On September 11, 2009, the Federal Circuit issued its Opinion in Lucent Technologies v. Gateway, Inc., Case No. 2008-1485, vacating the Southern District of California’s grant of a $511 million dollar damages award in favor of Lucent. Notably, the damages award was based on the total value of Microsoft Outlook®, despite the fact that the asserted patent covered only a small feature of Outlook (the “date picker” function in the calendar module of Outlook used to schedule appointments).

In short, the Federal Circuit almost wholly rejected Lucent’s damages analysis and factual evidence to support the jury’s damages verdict. Lucent had proffered the standard Georgia Pacific calculation for a reasonable royalty rate combined with the use of the “entire market value” rule to set the damages base. Nevertheless, the Federal Circuit declined several amici’s invitations to completely eliminate the entire market value rule for a reasonable royalty calculation.

Georgia Pacific Factors

The Federal Circuit evaluated several of the Georgia Pacific factors used in a reasonable royalty hypothetical negotiation evaluation. Regarding Georgia Pacific factor 2 (other comparable licenses), the Federal Circuit rejected both parties’ allegedly comparable licenses as insufficiently linked to the calculation for the patent at issue. Specifically, the Federal Circuit rejected Lucent’s proffer of eight allegedly comparable licenses for two reasons:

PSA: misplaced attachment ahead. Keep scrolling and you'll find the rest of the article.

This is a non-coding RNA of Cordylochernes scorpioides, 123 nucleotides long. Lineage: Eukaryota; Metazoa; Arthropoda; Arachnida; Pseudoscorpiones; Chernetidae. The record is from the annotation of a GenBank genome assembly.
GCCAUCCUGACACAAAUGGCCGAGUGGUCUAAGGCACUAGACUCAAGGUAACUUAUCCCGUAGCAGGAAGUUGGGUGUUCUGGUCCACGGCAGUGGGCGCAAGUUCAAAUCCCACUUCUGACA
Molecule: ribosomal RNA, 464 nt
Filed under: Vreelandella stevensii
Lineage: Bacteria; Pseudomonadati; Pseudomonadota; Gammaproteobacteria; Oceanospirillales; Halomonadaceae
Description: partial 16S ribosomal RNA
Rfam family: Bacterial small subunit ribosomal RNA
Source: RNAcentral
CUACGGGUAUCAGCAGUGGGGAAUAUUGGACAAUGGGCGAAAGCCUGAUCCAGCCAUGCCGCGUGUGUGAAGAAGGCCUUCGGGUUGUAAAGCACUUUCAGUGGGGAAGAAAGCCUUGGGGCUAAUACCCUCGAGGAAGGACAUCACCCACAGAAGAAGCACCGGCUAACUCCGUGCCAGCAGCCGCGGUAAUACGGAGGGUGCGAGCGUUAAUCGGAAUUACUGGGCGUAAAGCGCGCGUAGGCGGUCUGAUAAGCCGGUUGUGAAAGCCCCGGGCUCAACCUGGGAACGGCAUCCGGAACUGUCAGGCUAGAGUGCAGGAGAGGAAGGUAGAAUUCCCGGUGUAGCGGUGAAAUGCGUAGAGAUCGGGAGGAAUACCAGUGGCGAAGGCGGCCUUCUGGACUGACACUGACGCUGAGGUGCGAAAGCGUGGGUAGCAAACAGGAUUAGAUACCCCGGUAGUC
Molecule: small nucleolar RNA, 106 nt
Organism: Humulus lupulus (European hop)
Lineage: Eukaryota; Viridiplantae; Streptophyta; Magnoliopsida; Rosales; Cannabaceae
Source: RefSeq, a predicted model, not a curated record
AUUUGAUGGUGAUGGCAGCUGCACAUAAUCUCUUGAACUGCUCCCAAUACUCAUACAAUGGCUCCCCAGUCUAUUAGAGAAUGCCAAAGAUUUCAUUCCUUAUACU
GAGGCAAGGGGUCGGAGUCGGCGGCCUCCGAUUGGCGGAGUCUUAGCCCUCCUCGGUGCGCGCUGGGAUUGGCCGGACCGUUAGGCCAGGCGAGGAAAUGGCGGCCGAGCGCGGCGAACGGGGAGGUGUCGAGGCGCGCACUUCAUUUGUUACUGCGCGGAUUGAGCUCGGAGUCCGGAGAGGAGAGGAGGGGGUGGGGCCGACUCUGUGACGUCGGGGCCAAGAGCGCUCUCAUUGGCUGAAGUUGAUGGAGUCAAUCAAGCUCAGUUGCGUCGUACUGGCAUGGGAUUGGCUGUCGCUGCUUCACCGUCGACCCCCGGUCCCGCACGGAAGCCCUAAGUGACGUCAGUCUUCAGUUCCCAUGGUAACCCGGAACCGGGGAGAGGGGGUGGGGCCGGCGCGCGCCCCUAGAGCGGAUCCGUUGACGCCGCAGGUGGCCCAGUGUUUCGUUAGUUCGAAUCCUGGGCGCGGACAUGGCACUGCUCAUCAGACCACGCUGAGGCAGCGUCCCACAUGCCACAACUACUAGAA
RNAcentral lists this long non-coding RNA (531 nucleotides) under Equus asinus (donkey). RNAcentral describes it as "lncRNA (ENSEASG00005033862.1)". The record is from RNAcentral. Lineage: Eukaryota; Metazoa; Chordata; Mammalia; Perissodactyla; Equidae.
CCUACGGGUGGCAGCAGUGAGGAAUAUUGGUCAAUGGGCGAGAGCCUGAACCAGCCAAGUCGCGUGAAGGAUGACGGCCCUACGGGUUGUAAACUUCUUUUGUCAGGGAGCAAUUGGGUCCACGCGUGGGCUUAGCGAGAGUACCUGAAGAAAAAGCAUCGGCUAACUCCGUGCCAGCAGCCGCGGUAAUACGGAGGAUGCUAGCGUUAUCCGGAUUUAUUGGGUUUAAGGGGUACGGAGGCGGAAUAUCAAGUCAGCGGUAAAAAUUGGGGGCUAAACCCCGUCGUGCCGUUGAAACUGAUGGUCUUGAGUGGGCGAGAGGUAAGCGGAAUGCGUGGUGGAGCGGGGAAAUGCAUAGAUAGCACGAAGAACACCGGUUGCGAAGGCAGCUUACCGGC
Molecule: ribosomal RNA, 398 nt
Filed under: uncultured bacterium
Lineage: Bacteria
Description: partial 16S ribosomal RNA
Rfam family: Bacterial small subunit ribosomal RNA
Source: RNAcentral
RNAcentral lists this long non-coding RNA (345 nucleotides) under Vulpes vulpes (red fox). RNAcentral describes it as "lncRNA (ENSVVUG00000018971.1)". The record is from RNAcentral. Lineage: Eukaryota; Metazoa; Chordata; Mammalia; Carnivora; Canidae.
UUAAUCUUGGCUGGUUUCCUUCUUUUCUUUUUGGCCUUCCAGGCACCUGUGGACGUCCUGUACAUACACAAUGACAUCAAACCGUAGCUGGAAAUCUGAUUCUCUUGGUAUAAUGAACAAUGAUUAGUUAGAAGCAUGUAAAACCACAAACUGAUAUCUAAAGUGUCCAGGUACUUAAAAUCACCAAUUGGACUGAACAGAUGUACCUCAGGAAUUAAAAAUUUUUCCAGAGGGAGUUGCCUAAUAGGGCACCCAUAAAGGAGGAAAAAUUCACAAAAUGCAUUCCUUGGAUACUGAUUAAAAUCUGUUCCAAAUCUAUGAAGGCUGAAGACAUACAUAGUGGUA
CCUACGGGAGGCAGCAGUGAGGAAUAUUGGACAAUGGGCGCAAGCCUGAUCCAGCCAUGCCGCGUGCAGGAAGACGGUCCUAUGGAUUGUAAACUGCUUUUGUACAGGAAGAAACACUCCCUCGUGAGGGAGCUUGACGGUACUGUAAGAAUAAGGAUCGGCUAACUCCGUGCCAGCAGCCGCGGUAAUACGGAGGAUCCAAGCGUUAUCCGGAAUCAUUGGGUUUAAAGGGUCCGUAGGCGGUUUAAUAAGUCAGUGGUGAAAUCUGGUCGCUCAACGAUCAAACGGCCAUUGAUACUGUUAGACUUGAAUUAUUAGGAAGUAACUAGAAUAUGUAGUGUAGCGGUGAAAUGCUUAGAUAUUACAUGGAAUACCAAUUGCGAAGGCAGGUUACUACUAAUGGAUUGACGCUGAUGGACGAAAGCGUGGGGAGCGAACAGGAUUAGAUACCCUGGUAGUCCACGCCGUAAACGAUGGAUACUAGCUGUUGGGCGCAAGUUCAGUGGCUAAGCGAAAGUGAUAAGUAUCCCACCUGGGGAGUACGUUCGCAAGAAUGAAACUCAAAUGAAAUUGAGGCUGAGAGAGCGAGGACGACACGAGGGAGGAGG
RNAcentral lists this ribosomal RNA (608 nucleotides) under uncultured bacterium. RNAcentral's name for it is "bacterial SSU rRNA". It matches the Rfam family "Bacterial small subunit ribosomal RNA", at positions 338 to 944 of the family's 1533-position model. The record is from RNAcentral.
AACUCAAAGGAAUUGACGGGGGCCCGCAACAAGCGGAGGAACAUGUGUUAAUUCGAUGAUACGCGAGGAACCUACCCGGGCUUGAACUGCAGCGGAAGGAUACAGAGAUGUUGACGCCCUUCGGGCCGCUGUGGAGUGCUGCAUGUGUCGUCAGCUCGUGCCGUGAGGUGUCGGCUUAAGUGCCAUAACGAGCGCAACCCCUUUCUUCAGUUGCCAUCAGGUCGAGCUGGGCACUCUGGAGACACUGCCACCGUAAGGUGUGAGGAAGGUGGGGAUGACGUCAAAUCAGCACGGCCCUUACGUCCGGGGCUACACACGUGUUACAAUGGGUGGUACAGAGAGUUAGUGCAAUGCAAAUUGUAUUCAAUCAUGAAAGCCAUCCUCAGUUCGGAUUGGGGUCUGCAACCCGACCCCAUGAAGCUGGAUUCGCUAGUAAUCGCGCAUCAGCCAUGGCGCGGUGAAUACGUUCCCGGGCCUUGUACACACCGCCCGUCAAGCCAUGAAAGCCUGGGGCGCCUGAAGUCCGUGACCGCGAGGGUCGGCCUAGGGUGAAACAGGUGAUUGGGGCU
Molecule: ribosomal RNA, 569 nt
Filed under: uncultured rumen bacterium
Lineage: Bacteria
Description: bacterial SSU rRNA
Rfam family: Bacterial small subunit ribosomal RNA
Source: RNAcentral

First, some of the license agreements are radically different from the hypothetical agreement under consideration for the Day patent. Second, with the other agreements, we are simply unable to ascertain from the evidence presented the subject matter of the agreements, and we therefore cannot understand how the jury could have adequately evaluated the probative value of those agreements.

Slip Op. at 39. In other words, Lucent had a fundamental failure of proof establishing that its proffered licenses were, in fact, “comparable” as required under Georgia Pacific. Microsoft’s proffered licenses were similarly rejected.

Under Georgia Pacific factors 10 and 13 (contributions of patented invention), the Federal Circuit noted that the relatively small contribution of the patented feature to the larger product weighed against a larger royalty rate. Such a small relative contribution should lead to a smaller royalty rate.

Under Georgia Pacific factor 11, the Federal Circuit noted that Lucent had failed to establish the frequency with which users of Outlook had used the patented feature. “No evidence describes how many Microsoft Outlook users had ever performed the patented method or how many times. Lucent had the burden to prove that the extent to which the infringing method has been used supports the lump-sum damages award.” Slip. Op. at 53.

The Federal Circuit appeared to wholly reject cursory, unsupported Georgia Pacific testimony which relies almost solely on experts making guesses or estimates about the various factors unsupported by any factual testimony.

Entire Market Value Rule

The Federal Circuit also rejected Lucent’s usage of the entire market value rule to set the damages base for a reasonable royalty calculation. The accused infringing feature was a small aspect of a very large program (Microsoft Outlook), but Lucent sought damages based upon the overall revenue associated with Outlook.